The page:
Ben Affleck made his debut as a director with 2007's Gone Baby Gone, a much-admired adaptation of a Dennis Lehane crime novel. After the success of 2012's Argo — which won the Academy Award for best picture without so much as a nomination for Affleck, its director and co-star — he was in a position to choose his projects, but he stuck with the one he'd been eyeing even before Argo was released: Live By Night, another Lehane book, this one about a Central Florida bootlegger's struggles with rival gangsters and the Ku Klux Klan during the late 1920s and early 1930s.
But a funny thing happened on the way to the speakeasy: Affleck became a movie star again. He played a murder suspect in Gone Girl, a critical and commercial hit, and signed a multi-picture deal as the latest Batman. Live by Night was repeatedly back-burnered.
Now that it's finally here, the finished film betrays its writer, producer, director, and star's divided attention. The picture is handsome and ambitious but maddeningly unfocused. It aspires to be a grand meditation on American corruption in the vein of Once Upon a Time in America or There Will Be Blood. But in the end, it's just a slightly better-than-mediocre genre picture, one literally dressed up in fancy clothes. (Affleck's dozens of pinstripe suits and fedoras must have taken a substantial bite out of its $65 million budget.)
Part of the problem is Affleck's screenplay, which tries to preserve more of Lehane's 400-page book (itself the middle installment in a trilogy) than the film's 128-minute run time can handle. The first act, which establishes Affleck's Joe Coughlin as World War I vet-turned-hoodlum in Prohibition-era Boston, is particularly bloated. Coughlin is in love with a mobster's mistress (Sienna Miller), and after a botched heist and a betrayal by his moll, he finds himself beaten and about to be murdered. His police-captain father (Brendan Gleeson, a pleasure to watch no matter how small the role) saves his life, and even blackmails a District Attorney to secure leniency for his son's many crimes. Coughlin serves three years in prison, then finds himself drafted into the service of Italian mob capo (Remo Girone), who sends him to Tampa to clean up his operation illegally importing Cuban rum. Want to know more about how the son of a high-ranking cop became a crook? Me, too. Guess I'll have to read Lehane's book.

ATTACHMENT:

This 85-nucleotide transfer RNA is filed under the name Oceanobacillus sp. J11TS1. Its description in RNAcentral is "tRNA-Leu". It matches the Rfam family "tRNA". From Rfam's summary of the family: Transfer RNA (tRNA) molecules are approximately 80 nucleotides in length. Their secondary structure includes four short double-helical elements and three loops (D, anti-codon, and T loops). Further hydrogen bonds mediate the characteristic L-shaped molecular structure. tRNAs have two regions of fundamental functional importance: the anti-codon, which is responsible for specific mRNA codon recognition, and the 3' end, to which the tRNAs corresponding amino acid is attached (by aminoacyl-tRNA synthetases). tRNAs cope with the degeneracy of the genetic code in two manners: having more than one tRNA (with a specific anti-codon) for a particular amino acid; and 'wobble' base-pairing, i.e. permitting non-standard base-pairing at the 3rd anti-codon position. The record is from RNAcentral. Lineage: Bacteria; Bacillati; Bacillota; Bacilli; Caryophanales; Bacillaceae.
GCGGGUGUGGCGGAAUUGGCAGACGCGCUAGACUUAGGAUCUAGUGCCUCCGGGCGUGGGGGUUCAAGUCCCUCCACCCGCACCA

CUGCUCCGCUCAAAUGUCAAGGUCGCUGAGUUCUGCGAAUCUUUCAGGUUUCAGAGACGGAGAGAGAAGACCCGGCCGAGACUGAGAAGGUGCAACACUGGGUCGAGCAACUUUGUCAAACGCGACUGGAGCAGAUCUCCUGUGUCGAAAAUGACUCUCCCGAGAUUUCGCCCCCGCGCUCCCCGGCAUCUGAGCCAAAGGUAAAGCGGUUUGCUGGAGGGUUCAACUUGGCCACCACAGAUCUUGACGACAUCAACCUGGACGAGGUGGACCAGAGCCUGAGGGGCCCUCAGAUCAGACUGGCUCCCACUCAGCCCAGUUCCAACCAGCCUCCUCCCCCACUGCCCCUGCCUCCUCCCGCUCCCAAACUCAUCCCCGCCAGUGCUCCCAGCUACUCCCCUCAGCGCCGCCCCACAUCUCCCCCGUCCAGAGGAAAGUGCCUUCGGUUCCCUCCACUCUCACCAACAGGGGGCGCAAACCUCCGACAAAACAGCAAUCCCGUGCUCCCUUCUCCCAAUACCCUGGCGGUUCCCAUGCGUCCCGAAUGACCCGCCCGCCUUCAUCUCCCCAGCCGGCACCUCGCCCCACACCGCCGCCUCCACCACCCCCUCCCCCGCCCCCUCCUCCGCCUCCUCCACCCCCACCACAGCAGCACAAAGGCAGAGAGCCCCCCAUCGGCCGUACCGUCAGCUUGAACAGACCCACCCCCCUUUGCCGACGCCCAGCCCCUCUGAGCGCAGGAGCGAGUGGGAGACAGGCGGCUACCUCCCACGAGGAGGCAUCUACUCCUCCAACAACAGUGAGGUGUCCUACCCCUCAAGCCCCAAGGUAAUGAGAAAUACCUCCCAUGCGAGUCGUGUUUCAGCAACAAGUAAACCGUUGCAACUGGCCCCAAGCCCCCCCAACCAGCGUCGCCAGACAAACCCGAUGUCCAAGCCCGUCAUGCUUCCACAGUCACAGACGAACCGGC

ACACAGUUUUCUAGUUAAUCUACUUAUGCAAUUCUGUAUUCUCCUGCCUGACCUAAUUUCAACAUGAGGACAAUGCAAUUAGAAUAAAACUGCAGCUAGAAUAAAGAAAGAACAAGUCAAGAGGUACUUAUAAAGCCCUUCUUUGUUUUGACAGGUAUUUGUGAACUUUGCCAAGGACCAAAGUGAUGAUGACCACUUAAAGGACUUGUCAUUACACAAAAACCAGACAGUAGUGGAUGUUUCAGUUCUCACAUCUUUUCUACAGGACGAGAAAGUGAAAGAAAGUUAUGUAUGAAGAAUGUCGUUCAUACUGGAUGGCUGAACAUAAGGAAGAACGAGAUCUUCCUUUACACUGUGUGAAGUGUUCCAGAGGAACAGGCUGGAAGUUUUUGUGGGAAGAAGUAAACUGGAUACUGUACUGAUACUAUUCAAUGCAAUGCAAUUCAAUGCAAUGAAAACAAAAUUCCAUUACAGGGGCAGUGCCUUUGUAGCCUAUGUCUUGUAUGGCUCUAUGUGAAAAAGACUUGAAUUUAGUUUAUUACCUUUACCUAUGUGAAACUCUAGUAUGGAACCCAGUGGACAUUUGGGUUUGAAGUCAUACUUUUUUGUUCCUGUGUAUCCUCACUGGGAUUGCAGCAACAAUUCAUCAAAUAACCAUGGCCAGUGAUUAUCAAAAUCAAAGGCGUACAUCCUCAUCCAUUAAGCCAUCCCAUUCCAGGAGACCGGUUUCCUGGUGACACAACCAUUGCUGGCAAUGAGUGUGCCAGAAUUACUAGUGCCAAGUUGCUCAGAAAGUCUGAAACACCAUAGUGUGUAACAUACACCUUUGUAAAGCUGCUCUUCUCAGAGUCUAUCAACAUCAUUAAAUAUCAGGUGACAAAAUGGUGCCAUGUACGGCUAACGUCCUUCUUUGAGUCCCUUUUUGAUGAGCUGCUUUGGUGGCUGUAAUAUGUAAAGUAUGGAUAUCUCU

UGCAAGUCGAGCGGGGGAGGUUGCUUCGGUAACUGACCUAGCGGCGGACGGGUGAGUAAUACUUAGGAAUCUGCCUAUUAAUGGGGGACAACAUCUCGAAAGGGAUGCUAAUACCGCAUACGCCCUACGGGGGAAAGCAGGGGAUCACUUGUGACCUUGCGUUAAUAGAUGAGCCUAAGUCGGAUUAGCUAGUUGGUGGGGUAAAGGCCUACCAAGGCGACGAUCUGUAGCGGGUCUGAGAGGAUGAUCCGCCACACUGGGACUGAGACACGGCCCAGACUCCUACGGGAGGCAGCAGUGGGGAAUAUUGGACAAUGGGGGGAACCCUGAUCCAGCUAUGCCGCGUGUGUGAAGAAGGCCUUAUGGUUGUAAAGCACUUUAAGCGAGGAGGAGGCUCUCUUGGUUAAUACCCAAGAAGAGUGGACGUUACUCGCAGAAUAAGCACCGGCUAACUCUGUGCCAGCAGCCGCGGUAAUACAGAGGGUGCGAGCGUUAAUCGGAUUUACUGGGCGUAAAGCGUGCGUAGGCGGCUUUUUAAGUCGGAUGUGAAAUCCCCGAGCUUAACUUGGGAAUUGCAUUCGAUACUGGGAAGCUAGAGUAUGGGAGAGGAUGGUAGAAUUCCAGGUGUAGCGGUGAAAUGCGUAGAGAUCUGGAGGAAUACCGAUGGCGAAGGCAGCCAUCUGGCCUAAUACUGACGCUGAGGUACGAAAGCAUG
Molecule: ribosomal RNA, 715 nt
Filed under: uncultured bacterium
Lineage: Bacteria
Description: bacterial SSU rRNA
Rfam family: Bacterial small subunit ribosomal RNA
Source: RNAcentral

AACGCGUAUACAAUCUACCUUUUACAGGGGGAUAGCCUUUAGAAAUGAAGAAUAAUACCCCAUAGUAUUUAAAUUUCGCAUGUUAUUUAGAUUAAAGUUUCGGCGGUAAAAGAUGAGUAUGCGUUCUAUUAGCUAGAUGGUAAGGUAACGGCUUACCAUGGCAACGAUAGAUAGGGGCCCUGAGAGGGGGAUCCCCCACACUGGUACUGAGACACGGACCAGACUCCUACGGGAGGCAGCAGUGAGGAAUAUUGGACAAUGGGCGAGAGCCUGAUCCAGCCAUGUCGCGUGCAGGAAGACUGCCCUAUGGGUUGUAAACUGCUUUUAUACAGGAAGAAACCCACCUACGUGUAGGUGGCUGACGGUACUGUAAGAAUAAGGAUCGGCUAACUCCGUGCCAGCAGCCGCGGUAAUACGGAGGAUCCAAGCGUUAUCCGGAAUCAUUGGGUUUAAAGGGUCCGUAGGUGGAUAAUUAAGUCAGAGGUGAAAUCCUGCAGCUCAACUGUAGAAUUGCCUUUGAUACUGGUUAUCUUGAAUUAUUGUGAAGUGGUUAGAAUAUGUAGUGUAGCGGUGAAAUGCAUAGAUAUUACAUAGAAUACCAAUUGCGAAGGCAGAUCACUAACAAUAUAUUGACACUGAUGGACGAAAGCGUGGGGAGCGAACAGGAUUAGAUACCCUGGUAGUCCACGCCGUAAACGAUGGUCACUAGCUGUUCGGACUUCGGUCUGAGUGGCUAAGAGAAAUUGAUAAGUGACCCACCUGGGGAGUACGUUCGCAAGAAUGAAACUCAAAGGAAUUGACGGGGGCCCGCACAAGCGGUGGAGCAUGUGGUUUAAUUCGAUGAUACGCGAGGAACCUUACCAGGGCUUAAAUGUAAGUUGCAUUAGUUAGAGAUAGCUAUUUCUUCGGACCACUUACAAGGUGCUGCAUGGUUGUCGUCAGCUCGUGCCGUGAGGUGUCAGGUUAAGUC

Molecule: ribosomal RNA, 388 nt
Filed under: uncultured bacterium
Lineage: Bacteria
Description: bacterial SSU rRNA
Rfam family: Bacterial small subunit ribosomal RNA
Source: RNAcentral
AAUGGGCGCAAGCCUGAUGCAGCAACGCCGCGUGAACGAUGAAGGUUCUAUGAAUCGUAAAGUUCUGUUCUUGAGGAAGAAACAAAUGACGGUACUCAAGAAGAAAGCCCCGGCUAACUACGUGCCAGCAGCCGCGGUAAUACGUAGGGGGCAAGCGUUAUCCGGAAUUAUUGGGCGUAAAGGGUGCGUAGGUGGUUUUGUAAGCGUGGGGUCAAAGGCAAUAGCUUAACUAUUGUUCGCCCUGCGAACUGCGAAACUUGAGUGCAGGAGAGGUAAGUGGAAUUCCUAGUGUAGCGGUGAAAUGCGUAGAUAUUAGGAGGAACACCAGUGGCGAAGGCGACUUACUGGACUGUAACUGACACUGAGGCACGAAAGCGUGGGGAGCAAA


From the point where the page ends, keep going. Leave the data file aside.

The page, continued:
Anyway, the movie should've eighty-sixed all that preamble and just opened with Coughlin getting off the train in Ybor City, where it finally manages a foothold on some less-trod narrative turf. Affleck has some nice chemistry with Chris Messina, who plays his lieutenant and guide to the shadowy parts of the Sunshine State, and his relationship with Chris Cooper — as Irving Figgis, a pragmatic lawman who's willing to turn a blind eye to crimes of vice if the crooks keep violence to a minimum — is the picture's most intriguing. Figgis has a teenage daughter, Loretta (Elle Fanning), who's off to be a star in Hollywood. Of all the story's shaggy turns, that Chief Figgis has given his blessing to this plan is the hardest to swallow.
Coughlin is a Irish Catholic working for Italians, romantically involved with a Cuban woman (Zoe Saldana), and running speakeasies that cater to black people. Any one of those would be reason enough to rile the KKK. Stopping a local Klansman from bombing and shooting up his clubs means blackmailing Chief Figgis with dirty pictures of his strung-out little girl. Once she gets clean, she becomes a church leader who campaigns against the casino Coughlin is building on the expectation that after prohibition ends, gambling, like hooch, will eventually be legalized. Like Cooper, Fanning makes a strong impression in just a handful of scenes, which just underscores how sterile the movie is when she (and he) is not in it.
Again, it's a miniseries worth of story packed too tightly to resonate on an emotional level. The overcaffeinated pace also prevents the film from breathing photographically, even though Affleck hired the great cinematographer Robert Richardson, who has shot multiple features for Martin Scorcese, Oliver Stone, and Quentin Tarantino, including last Christmas's Ultra Panavision 70 Western The Hateful Eight. That fact, even more than Affleck's haphazard and intrusive voice-over narration, betrays the yawning gulf between what Live By Night aims for and what it delivers.